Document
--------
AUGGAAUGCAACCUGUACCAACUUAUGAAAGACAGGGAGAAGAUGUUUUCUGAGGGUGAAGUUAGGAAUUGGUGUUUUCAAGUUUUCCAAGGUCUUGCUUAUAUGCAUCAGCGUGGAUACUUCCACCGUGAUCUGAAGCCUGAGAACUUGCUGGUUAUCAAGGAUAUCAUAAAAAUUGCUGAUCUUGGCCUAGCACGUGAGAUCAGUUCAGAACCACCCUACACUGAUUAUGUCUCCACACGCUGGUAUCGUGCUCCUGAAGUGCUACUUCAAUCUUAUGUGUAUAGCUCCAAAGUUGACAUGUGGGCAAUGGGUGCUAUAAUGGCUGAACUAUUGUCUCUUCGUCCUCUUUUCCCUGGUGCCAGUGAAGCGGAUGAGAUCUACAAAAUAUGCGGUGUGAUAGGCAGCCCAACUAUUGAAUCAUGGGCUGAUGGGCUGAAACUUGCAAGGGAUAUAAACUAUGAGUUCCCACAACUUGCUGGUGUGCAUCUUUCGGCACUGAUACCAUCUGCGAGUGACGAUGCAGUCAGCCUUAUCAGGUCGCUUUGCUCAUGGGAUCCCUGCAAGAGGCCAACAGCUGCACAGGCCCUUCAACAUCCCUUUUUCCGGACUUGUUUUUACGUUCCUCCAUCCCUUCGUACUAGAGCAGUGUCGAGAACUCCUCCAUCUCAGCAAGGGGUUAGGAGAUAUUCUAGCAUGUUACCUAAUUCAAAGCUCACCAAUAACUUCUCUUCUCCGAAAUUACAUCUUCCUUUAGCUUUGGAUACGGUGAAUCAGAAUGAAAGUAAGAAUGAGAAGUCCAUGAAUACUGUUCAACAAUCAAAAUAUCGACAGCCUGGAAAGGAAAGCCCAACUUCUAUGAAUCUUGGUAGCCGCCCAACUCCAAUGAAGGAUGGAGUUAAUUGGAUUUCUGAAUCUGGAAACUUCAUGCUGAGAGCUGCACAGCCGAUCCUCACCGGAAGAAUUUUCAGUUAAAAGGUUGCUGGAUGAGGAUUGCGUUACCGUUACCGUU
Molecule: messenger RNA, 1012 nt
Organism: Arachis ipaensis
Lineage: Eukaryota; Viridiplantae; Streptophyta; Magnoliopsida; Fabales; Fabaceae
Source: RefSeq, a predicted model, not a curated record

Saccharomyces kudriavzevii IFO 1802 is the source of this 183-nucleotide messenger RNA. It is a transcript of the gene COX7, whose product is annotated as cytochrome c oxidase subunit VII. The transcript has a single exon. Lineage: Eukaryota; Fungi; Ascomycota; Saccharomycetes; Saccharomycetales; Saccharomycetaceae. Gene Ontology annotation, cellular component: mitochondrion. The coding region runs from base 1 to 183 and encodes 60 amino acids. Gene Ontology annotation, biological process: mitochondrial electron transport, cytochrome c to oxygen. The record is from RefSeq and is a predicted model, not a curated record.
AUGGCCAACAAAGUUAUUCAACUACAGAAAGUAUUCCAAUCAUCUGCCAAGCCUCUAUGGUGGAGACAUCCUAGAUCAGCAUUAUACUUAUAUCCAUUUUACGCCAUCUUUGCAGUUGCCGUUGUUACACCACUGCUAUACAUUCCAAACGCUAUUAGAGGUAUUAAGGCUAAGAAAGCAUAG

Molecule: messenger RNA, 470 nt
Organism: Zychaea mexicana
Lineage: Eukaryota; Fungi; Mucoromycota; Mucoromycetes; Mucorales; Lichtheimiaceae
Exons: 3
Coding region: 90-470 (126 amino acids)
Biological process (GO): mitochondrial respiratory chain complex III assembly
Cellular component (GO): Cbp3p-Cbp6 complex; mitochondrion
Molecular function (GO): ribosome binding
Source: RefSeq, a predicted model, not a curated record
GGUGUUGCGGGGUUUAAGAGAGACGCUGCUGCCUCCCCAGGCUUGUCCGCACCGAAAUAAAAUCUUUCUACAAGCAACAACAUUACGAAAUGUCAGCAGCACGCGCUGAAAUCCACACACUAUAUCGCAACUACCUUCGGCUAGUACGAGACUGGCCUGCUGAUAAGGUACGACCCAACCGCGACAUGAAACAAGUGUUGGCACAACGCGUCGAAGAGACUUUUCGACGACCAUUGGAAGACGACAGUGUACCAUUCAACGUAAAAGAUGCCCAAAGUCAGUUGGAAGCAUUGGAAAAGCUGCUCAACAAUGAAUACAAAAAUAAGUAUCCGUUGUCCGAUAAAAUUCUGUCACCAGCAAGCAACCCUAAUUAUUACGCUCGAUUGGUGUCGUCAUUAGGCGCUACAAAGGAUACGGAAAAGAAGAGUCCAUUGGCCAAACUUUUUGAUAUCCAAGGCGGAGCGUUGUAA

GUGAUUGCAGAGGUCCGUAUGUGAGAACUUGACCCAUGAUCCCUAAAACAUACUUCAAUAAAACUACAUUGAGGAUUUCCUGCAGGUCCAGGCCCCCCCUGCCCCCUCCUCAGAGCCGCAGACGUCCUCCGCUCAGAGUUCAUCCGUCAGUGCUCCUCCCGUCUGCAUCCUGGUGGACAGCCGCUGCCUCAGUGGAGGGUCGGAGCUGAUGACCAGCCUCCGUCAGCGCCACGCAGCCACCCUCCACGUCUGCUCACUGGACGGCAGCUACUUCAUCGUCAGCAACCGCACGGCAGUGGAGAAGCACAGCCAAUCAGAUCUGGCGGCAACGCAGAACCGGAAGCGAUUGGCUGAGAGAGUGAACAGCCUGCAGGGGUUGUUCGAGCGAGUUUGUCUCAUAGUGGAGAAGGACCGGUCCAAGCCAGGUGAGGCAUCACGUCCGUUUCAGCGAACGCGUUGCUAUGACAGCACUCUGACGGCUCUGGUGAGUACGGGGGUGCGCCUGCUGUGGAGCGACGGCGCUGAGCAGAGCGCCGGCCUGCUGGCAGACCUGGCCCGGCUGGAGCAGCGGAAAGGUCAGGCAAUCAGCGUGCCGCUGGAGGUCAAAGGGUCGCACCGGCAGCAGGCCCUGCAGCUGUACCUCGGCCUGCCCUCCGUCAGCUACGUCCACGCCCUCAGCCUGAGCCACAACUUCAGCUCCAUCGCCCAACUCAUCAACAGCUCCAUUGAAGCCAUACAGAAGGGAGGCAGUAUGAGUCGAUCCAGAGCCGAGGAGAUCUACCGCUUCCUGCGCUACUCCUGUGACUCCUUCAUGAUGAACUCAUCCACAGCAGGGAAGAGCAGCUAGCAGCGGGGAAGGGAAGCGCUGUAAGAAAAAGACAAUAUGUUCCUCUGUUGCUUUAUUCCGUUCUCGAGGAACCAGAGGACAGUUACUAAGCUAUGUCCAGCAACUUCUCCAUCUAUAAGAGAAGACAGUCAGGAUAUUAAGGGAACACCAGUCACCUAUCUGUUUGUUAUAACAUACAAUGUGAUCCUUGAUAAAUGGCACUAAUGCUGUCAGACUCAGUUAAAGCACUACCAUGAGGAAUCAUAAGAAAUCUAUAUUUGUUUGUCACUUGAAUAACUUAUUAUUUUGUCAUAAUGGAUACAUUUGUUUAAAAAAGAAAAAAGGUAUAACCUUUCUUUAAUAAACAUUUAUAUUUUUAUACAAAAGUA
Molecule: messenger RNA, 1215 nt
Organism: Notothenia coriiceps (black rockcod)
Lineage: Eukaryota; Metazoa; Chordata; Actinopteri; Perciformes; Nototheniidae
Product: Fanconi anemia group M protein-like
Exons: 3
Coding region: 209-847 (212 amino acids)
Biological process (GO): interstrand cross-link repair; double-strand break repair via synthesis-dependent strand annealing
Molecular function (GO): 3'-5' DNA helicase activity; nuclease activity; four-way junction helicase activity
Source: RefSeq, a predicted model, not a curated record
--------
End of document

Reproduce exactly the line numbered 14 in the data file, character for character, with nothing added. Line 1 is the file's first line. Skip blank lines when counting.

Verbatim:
Cellular component (GO): Cbp3p-Cbp6 complex; mitochondrion